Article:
The fun, and joy, and new discoveries faaaar outweigh the soul and fun sucking little minion part of parenting.

    It is so neat seeing my children experience some of the same fun things I loved about being little. I tell everyone how awesome it is. I can't believe this poor girl never had anyone share a story about the positive side of parenthood with her.


  2. And play dough! Don't forget play dough. I wasn't allowed to have it as a kid at my house, so it's especially fun to do it with my own kids.

    Also bubbles and running through the sprinkler. We'd look slightly odd playing in our sprinkler without our children, I bet.


  3. So interesting!! You're right — this totally is a generational issue. I guess I never really understood that kids could be fun, either; so I'm constantly surprised how much fun I have with my almost-two-year-old. And she's so FUNNY! I've been trying to share with other people, too, that having kids can be a blast (while simultaneously the most exhausting and frustrating thing I've ever done.) Great thoughts!


  4. Amen! It is so sad that most people's attitude about children is just what you described – soul and fun sucking. And because they believe that, when they do have children, they don't bother to try having fun with them. It is definitely work, and hard work, but they are a blast!


  5. I have to say I fall in the category of not having to worry about anyone but myself (I'm 27, live by myself) and most of my work colleagues are women with children of various ages, from infants to 21. And they never stop complaining about those children. Sometimes I find it quite uncomfortable!

    I think maybe work is the only place they can vent, but sometimes it just seems to be very negative. I'm wondering were they in the opposite situation when they were young, led to believe it was all sunshine and puppies and white picket fences, with no one to warn them there would be difficult times?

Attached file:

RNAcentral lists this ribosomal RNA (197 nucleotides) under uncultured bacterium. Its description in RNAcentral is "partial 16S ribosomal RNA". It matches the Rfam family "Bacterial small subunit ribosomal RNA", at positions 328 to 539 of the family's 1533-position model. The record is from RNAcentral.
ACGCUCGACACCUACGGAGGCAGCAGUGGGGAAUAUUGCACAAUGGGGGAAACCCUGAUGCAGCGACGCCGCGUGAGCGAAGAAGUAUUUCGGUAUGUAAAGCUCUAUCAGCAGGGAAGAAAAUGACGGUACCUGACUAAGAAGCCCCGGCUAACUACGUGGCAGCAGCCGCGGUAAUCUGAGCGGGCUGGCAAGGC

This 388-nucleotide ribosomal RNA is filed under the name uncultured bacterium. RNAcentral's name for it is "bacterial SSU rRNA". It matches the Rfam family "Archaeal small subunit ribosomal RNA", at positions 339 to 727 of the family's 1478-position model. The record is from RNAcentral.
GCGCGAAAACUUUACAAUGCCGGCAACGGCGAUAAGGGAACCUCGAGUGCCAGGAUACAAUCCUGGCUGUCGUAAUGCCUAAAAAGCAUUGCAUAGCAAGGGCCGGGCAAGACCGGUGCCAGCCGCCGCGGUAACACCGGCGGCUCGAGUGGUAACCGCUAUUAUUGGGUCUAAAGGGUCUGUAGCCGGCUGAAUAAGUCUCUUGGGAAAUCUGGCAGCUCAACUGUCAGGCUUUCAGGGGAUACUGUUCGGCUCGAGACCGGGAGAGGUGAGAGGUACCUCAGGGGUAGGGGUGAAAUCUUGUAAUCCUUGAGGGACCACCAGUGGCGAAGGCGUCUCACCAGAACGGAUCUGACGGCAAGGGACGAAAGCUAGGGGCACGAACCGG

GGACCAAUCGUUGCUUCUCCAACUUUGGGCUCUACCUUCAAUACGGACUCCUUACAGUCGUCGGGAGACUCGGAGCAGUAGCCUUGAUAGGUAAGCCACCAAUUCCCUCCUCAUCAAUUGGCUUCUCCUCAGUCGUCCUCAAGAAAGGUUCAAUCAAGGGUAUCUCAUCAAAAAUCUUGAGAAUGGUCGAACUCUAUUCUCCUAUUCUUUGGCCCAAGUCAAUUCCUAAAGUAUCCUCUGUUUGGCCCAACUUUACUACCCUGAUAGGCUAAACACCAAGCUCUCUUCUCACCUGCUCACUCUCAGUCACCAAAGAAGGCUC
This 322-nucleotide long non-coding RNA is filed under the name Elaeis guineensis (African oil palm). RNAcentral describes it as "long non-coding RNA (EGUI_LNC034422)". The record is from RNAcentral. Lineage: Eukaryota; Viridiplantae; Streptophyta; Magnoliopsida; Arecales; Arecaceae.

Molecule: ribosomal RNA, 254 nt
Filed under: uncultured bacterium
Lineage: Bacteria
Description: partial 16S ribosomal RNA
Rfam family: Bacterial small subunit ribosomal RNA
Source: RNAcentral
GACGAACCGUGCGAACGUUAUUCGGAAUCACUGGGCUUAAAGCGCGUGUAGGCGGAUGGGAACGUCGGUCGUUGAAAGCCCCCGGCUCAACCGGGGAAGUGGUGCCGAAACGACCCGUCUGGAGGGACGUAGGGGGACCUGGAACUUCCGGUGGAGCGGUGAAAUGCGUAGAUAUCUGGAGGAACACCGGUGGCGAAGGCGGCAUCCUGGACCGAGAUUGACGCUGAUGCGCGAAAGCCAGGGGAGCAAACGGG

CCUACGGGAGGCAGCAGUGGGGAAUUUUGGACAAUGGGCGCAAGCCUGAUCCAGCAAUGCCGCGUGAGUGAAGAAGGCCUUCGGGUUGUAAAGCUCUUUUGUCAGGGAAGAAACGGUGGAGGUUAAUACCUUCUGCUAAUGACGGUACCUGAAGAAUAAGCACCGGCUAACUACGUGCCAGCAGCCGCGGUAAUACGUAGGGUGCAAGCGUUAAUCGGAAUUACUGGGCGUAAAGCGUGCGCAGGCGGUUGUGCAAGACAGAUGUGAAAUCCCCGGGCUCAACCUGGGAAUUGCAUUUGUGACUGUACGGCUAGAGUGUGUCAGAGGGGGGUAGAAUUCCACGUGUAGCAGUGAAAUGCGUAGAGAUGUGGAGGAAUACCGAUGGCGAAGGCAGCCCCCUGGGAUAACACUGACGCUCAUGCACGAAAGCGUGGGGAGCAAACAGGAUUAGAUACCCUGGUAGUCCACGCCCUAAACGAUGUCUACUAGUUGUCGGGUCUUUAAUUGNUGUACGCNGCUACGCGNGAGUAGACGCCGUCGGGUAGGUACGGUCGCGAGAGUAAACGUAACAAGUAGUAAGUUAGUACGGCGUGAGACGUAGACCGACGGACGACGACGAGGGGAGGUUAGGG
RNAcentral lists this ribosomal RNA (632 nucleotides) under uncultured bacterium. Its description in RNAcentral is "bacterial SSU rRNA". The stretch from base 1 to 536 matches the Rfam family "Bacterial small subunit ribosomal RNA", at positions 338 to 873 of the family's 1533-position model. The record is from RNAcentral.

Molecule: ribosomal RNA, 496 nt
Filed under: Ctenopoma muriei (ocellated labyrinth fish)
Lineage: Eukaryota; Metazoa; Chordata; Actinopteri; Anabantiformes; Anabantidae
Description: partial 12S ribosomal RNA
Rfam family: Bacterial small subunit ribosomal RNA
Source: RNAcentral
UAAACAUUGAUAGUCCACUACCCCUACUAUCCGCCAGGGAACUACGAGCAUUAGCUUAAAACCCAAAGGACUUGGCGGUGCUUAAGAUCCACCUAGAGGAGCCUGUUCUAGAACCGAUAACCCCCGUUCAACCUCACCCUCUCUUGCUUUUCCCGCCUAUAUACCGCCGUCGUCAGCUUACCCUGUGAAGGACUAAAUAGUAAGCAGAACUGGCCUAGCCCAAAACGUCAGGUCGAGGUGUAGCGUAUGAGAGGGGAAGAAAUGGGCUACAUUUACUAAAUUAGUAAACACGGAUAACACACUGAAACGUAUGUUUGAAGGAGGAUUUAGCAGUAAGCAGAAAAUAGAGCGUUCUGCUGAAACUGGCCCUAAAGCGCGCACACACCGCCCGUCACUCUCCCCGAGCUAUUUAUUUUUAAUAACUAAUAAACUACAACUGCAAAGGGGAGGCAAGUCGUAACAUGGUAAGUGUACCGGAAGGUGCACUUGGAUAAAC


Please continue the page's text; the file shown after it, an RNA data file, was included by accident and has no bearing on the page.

I'm so glad to hear you're sharing positive stories with your co-workers because I think people my age need to hear them!


  6. I work with a lot of those types too – particularly the older one's are the worst. All they see is the money they spent on their kids, etc. and seem really bitter about it.

    That all being said I'll be the first to tell you your priorities shift and you have spend money on them when you'd really love to go spend it on yourself and there are days you just want them to go to sleep! But I can't ignore the rest, those fun moments, or else I'd just be depressed!

    Enjoy the “me” time of your life – I know I did for a long while!


  7. I'd totally have an adults only backyard sprinkler party – seriously, break out the margaritas, the slip n' slide and the giant bubble wands and I'd be all over that!


  8. I know that's what a lot of people tried to make me believe before H. arrived – lots of “you'll never do x,y or z again!” horror stories. It's one of the reasons I always try to remember something fun that's happened before I vent about a long night or a grumpy kid.


  9. Molly, Molly, Molly you are sound too much like a theatre major here!

    P.S. Would you please invite me! 🙂

    We broke out the slip n' slide last summer. I hold the family record for furthest slide!